Why Are School Districts Still Suspending Four-Year-Olds?
California, more often than not in the vanguard of education, did it two years ago. Last year, Connecticut, New York, and Oregon followed suit.
Now, education officials in Charlotte, North Carolina’s largest city are considering banning out-of-school suspensions for its youngest students. Doing so would eliminate a practice that has harmed minorities more than whites and would disrupt a key conduit in the school-to-prison pipeline.
On Wednesday a committee created by Charlotte-Mecklenburg Schools said it will review data on disciplinary actions against K–2 students and recommend action on suspensions of five- to eight-year-olds. It’s a response to a school board member’s recommendation and part of a growing movement to stop kicking out children who have behavior problems.
“When you look at the disproportional suspension for students of color and you really look at where it begins, you begin to see that they are suspended earlier and with severe consequences,” Charlotte-Mecklenburg school board member Ericka Ellis-Stewart told the local Fox News station. Ellis-Stewart said the high numbers of suspensions for kids of color in the district, some of whom are as young as four, led to her call for a moratorium on the practice.
The school board’s decision is part of a growing movement to end a practice that disproportionately affects black and Latino students—one that experts say is another sign of an educational system that treats whites and minorities differently.
“This is consistent with what’s going on nationally,” Russell Skiba, an education professor at Indiana University and director of the school’s Positive Behavioral Interventions & Supports program, told TakePart. While more than a dozen states have moved to end school suspensions for first, second, and third graders, some districts are kicking out kids even younger for misbehavior, Skiba said.
“What you find is preschool kids are getting suspended,” Skiba said. That’s because out-of-school suspensions are too often the first resort for teachers in schools that lack adequate resources for troubled children.
“If a teacher doesn’t know what to do [with a problem student],” Skiba said, “they’ll resort to suspension.”
Miguel Solis, a school board trustee in Dallas working to end suspension for young students, said suspensions can do lasting damage to the child that can be hard to repair.
“These are our most vulnerable children,” he told The Dallas Morning News in an interview earlier this year. “Once a student is suspended, they are labeled a ‘problem child.’ That’s a stigma that stays with them throughout their education as one teacher warns the next. So the student thinks, ‘Well, maybe I am a problem.’ ”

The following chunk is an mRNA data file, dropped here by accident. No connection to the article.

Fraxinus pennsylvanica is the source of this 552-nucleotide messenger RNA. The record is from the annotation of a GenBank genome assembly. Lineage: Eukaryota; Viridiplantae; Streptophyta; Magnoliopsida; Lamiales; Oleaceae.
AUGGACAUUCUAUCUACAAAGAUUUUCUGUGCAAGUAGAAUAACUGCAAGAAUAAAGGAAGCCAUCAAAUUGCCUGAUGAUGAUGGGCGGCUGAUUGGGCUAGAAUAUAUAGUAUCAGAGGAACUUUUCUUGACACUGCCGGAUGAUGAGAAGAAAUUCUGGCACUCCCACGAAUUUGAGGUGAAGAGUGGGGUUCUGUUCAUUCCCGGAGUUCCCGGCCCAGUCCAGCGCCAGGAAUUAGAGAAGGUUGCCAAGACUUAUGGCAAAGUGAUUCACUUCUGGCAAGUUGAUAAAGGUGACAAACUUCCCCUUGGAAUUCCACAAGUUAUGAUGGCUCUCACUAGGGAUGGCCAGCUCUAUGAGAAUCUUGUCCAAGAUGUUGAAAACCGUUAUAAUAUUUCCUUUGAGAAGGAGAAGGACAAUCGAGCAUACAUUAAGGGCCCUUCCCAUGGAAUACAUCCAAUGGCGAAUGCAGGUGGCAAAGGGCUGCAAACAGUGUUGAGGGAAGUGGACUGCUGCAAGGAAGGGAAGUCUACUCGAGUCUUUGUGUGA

According to data from the Office for Civil Rights at the U.S. Department of Education, black children make up 18 percent of the nation’s preschool enrollment but account for nearly half of children receiving more than one out-of-school suspension. By comparison, according to the data, white students represent 43 percent of preschool enrollment but slightly more than a quarter of those receiving more than one out-of-school suspension. It’s even worse for black boys: They get suspended at roughly twice the rate of their white counterparts.
Study after study has shown that suspending students makes it more likely they’ll do poorly or drop out of school, increasing the odds they’ll have a low-paying job or run afoul of the law. A recent UCLA study showed overuse of discipline has a significant economic impact: School suspensions cost taxpayers $35 billion each year in lost tax revenue and higher costs for publicly funded services, including health care, criminal justice, and social welfare programs.
In Charlotte, school district officials have implemented a program that trains staff in techniques to defuse confrontations and provides alternatives to suspension for students who break the rules or act out in class. Overall suspensions fell, but black students—who accounted for about 40 percent of the district’s enrollment last school year—received 79 percent of the suspensions.
According to Solis, this is the right approach; teachers and administrators are less likely to resort to kicking out students if they have more tools in their disciplinary tool kit. The best practices, he said, include concepts such as applying restorative justice, building relationships with a troubled student, and creating counseling programs that can stop misbehavior before it starts.
Given the possible long-term consequences of suspending the youngest learners—dropping out of school, underemployment, or brushes with the law—alternatives to suspending children who have barely entered the education system is common sense, Skiba said.
“To me, kids are suspended too young, and too many kids are suspended in general,” he said. “It’s much more costly to put a kid in prison than in college.”